This week, the Food and Drug Administration (“FDA”) released a new guidance that creates three tracks for showing that a new tobacco product is “substantially equivalent” to one that has already been on the market. Substantial equivalence is a key concept in the regulation of tobacco because, under the Family Smoking Prevention and Tobacco Control Act and the Food, Drug and Cosmetics Act, new tobacco products must undergo a lengthy process to receive premarket approval from the FDA unless the products are “substantially equivalent” to products that were sold before February 15, 2007. The new guidance, available here, is not binding on the FDA, and only “represents the current thinking” of the agency.

Under the regime laid out in the guidance document, there are at least three means of creating “new” products by modifying previously marketed products: by altering the composition of the product, by changing the name or packaging of the product, or by increasing or decreasing the quantity in which the product is sold.  The three types of newly modified products are subject to three different tracks to “substantial equivalence” approval under the FDA’s guidance letter.

When the company changes an ingredient or additive in the tobacco product, it must submit a full substantial equivalence application. The full application requires, among other things, a listing of all the ingredients and materials in the old and new products, laboratory analyses of any potentially harmful constituents, and data demonstrating the equivalence of the new ingredients or materials. The FDA may take three months or more to complete its review of a standard substantial equivalence application.

Under the new guidance letter, if the company has only changed the name or branding of the tobacco product, the company may also be required to submit an application for a substantial equivalence determination. However, the agency’s guidance does not draw a bright line on what changes to the packaging of the product are substantial enough to render the previously marketed product a “new” product; instead, it states that a product with new labeling is new “if consumers are likely to perceive it as ‘new’ by virtue of the different label.” For instance, the agency suggests that changing the background color of the package from green to red would be enough change render the product a “new” product, while changing the color from white to cream would not. The agency’s letter does not provide guidance on the ways in which petitioners might show how consumers will perceive packaging in situations where the packages are less dissimilar than a change between red and green. If the change to the packaging does require a substantial equivalence determination, the guidance letter provides for an abbreviated application process that requires less information than when a change to the ingredients is made.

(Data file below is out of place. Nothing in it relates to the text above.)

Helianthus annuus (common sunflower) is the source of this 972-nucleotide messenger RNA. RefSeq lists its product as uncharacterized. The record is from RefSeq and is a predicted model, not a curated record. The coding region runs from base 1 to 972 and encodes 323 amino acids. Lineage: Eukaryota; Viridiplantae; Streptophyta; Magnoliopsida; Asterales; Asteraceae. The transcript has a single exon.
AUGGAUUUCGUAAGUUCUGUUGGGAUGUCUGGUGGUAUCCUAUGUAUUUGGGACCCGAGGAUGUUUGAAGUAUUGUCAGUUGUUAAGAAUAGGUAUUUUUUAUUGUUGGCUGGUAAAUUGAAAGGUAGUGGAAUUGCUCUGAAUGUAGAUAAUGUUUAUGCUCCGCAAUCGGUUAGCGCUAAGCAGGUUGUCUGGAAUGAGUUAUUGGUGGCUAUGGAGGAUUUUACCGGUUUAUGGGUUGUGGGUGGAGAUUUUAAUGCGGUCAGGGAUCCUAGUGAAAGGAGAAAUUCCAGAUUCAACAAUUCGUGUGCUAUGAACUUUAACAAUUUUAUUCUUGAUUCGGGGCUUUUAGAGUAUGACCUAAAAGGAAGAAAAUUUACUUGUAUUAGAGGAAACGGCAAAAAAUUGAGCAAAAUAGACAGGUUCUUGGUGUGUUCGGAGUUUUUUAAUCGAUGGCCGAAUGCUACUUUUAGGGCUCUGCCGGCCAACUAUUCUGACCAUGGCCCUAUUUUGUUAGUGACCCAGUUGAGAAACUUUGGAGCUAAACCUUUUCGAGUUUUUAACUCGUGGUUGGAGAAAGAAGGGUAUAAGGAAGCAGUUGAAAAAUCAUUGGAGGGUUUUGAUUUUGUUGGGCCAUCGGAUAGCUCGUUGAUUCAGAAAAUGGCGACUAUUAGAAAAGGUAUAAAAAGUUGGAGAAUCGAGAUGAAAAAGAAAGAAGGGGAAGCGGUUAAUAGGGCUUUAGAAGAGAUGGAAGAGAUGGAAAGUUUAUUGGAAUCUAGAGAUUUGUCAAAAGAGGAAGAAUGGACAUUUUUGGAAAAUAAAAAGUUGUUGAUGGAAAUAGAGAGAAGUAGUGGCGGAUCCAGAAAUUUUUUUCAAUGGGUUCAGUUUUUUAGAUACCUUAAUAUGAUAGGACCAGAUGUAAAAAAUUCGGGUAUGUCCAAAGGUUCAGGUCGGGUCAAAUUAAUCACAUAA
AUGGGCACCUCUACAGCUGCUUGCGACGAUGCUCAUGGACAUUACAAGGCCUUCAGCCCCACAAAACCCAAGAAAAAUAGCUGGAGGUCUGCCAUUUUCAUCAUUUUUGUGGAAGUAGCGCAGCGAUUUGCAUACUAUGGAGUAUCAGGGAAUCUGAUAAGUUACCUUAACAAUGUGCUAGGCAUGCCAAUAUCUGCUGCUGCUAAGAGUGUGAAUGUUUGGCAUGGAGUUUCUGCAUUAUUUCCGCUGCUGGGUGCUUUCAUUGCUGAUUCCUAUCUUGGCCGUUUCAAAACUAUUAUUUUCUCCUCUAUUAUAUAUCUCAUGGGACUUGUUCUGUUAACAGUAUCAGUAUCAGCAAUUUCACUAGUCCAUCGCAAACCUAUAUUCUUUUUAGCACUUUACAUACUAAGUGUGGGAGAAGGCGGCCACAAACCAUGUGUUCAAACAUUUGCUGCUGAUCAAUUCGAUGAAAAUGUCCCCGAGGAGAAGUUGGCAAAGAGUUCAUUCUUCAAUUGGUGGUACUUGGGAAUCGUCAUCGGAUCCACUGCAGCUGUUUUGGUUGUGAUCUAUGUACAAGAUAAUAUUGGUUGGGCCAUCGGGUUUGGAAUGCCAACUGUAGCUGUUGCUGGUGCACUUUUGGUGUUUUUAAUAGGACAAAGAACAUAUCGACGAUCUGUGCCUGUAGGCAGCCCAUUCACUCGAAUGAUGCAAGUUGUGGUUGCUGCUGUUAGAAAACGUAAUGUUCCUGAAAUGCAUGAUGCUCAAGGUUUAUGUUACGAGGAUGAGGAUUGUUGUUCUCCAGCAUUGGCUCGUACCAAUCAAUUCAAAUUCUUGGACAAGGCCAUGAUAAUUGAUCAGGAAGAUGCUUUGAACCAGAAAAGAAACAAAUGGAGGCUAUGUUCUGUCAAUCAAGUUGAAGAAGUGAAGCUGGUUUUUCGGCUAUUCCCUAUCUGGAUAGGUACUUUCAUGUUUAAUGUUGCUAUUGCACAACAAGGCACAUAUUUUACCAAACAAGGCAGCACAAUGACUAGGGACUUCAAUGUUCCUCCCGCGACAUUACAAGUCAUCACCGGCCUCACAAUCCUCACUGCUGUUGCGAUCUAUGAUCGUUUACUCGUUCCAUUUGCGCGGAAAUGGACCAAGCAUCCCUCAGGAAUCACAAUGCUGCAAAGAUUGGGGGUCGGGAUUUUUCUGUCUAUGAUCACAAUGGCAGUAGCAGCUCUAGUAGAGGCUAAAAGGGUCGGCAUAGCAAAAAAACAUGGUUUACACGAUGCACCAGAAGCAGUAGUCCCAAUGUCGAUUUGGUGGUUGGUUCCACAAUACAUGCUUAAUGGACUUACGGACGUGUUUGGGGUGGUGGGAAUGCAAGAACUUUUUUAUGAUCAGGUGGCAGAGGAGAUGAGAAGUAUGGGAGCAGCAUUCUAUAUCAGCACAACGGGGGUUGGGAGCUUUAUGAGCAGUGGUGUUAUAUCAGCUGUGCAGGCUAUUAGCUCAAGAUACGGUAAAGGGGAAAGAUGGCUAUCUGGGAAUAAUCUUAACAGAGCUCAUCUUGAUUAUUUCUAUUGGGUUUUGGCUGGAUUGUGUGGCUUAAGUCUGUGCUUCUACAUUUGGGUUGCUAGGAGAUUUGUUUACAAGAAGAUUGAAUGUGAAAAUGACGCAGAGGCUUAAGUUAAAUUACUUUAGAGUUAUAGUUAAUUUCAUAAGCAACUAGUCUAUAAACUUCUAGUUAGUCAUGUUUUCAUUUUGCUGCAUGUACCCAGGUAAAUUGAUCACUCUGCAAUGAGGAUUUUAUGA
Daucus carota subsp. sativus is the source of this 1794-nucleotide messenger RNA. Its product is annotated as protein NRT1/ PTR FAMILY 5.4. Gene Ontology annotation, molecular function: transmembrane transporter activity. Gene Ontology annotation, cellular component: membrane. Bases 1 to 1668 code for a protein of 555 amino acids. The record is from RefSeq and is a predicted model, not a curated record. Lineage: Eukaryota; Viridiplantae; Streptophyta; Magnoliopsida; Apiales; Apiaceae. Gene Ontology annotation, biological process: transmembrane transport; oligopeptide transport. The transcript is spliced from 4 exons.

Perhaps most surprising, the agency also opined that a product is “new” even if the company only changes the quantity in which it is sold, such as–in the agency’s example–selling 24 cigarettes in a pack instead of 20. The agency claims that changing the quantity in the package amounts to changing the “amounts of ingredients, materials, [or] other features” in the product. Under the guidance document, if the company changes only the quantity in which the product is packaged, it must submit “[s]cientific data demonstrating that the change in product quantity is not likely to alter consumer use behavior.” If the company had already changed the quantity in which the product is packaged before the guidance letter was released, it has only 30 days to submit this data to the agency.

The FDA plans to place the branding- and quantity-change applications in separate queues from the ingredient-change applications. The agency anticipates that it will take less time for it to review branding and quantity substantial equivalence applications than it does for ingredient-change applications, but it has not yet provided specific timelines for review.